Tower Hill (Book)
Reviewed by Johnny Butane
Written by Sarah Pinborough
Published by Leisure Books
I’ll just be honest about it right up front; Sarah Pinborough is one of my favorite new authors working today. To date none of the novels she’s released through Leisure have disappointed me, so when a new one comes along I’m going in with high expectations. Tower Hill doesn’t meet all of those expectations like I had hope it would, but it’s still a solid story about evil come to a small town.
In this case, the evil is in the form of two lifelong criminal friends who, at some point in their travels, came across something that changed their lives, so much so that they head to the small town of Tower Hill, one posing as a priest and one posing as a teacher, quickly integrate themselves in the town, and prepare to unleash a real, brutal evil that they believe will make them gods.
As the whole town is affected by the evil duo, two students, Liz and Steve, slowly begin to realize that all is not right in this quiet little town. People are acting stranger and stranger, caring not at all for their appearance and insisting that church is the only place worth going to when they’re not sleeping. The students have to put their heads together and find out what the hell is going on before everyone in town becomes a mindless zombie, meat for the beast that is about to be unleashed.
Now, while that sounds like a lot of fun, one of my biggest problems with Tower Hill is that it just moves too slow. The two bad guys are the most charismatic of the cast of characters but we spend very little time with them, mainly because Pinborough tries to keep the full implications of what they’ve brought to Tower Hill on the down low until the reveal in the book’s conclusion. The characters we do spend time with, Liz and Steve, just aren’t all that interesting I’m sorry to say.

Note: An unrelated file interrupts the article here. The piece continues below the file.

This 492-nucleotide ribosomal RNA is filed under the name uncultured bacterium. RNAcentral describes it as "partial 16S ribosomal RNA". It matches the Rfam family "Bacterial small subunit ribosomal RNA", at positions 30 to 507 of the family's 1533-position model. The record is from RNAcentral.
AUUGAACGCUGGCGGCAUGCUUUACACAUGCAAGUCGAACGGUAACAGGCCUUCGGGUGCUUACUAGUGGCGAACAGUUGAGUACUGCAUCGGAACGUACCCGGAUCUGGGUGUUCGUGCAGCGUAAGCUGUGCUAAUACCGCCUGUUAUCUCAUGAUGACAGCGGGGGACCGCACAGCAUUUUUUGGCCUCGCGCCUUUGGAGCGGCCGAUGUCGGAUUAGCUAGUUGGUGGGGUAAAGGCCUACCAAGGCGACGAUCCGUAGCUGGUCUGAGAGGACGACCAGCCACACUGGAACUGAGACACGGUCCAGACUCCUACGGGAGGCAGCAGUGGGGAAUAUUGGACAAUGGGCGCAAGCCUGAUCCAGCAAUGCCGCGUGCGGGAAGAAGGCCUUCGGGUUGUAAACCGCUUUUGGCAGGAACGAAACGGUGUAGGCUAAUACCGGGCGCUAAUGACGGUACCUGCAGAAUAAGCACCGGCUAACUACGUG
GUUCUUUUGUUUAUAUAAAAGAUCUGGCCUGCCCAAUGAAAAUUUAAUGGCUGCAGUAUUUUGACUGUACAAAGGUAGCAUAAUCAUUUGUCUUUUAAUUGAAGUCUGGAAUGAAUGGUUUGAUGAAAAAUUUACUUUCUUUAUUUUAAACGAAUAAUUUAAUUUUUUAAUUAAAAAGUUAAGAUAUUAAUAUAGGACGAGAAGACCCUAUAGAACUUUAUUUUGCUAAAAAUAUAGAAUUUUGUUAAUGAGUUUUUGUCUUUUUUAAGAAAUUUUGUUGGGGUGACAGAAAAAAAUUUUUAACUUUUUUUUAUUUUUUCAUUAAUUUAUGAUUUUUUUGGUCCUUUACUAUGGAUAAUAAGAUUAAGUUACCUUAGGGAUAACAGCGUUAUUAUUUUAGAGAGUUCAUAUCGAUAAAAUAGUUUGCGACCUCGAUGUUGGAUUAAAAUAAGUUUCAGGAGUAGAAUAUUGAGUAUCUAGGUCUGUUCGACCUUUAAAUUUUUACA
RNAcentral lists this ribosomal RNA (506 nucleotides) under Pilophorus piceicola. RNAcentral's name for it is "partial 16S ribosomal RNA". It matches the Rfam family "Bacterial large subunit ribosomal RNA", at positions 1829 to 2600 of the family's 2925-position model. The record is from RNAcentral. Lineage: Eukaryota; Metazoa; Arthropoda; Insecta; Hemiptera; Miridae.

Liz comes from a very religious background, her parents whisking her and her sister away to an island when they were very young and not allowing them much contact with the outside world. Dan is from the mean streets of Detroit, or so he says, but nothing about his personality really fits someone from the kind of neighborhood he claims to have grown up in. Of course a romance blossoms between the two of them, which is almost a requirement for Leisure Books these days.
But that’s just the bad stuff; there’s still a lot to like about Tower Hill. Though it’s definitely too long and slow, there are some moments of pure evil genius that make me dig what Sarah’s all about. The muffins that are made with blood, which then turn anyone who eats them into a blind follower, is pretty sick. But most impressive is just what those two evil men are hoping to accomplish, and Sarah’s ability to keep that information from us until the absolute last second. Though there’s not a lot of out-and-out “horror” throughout Tower Hill, the ending more than makes up for it as a lot of people meet very nasty ends.
All in all Tower Hill is, like I said, a solid story that’s just a bit too long. Some more time spent developing the characters within would’ve likely helped a lot, as well. It’s not Sarah’s strongest book, but even a weak book from her is better than a strong one from a lot of the authors out there today.
3 out of 5
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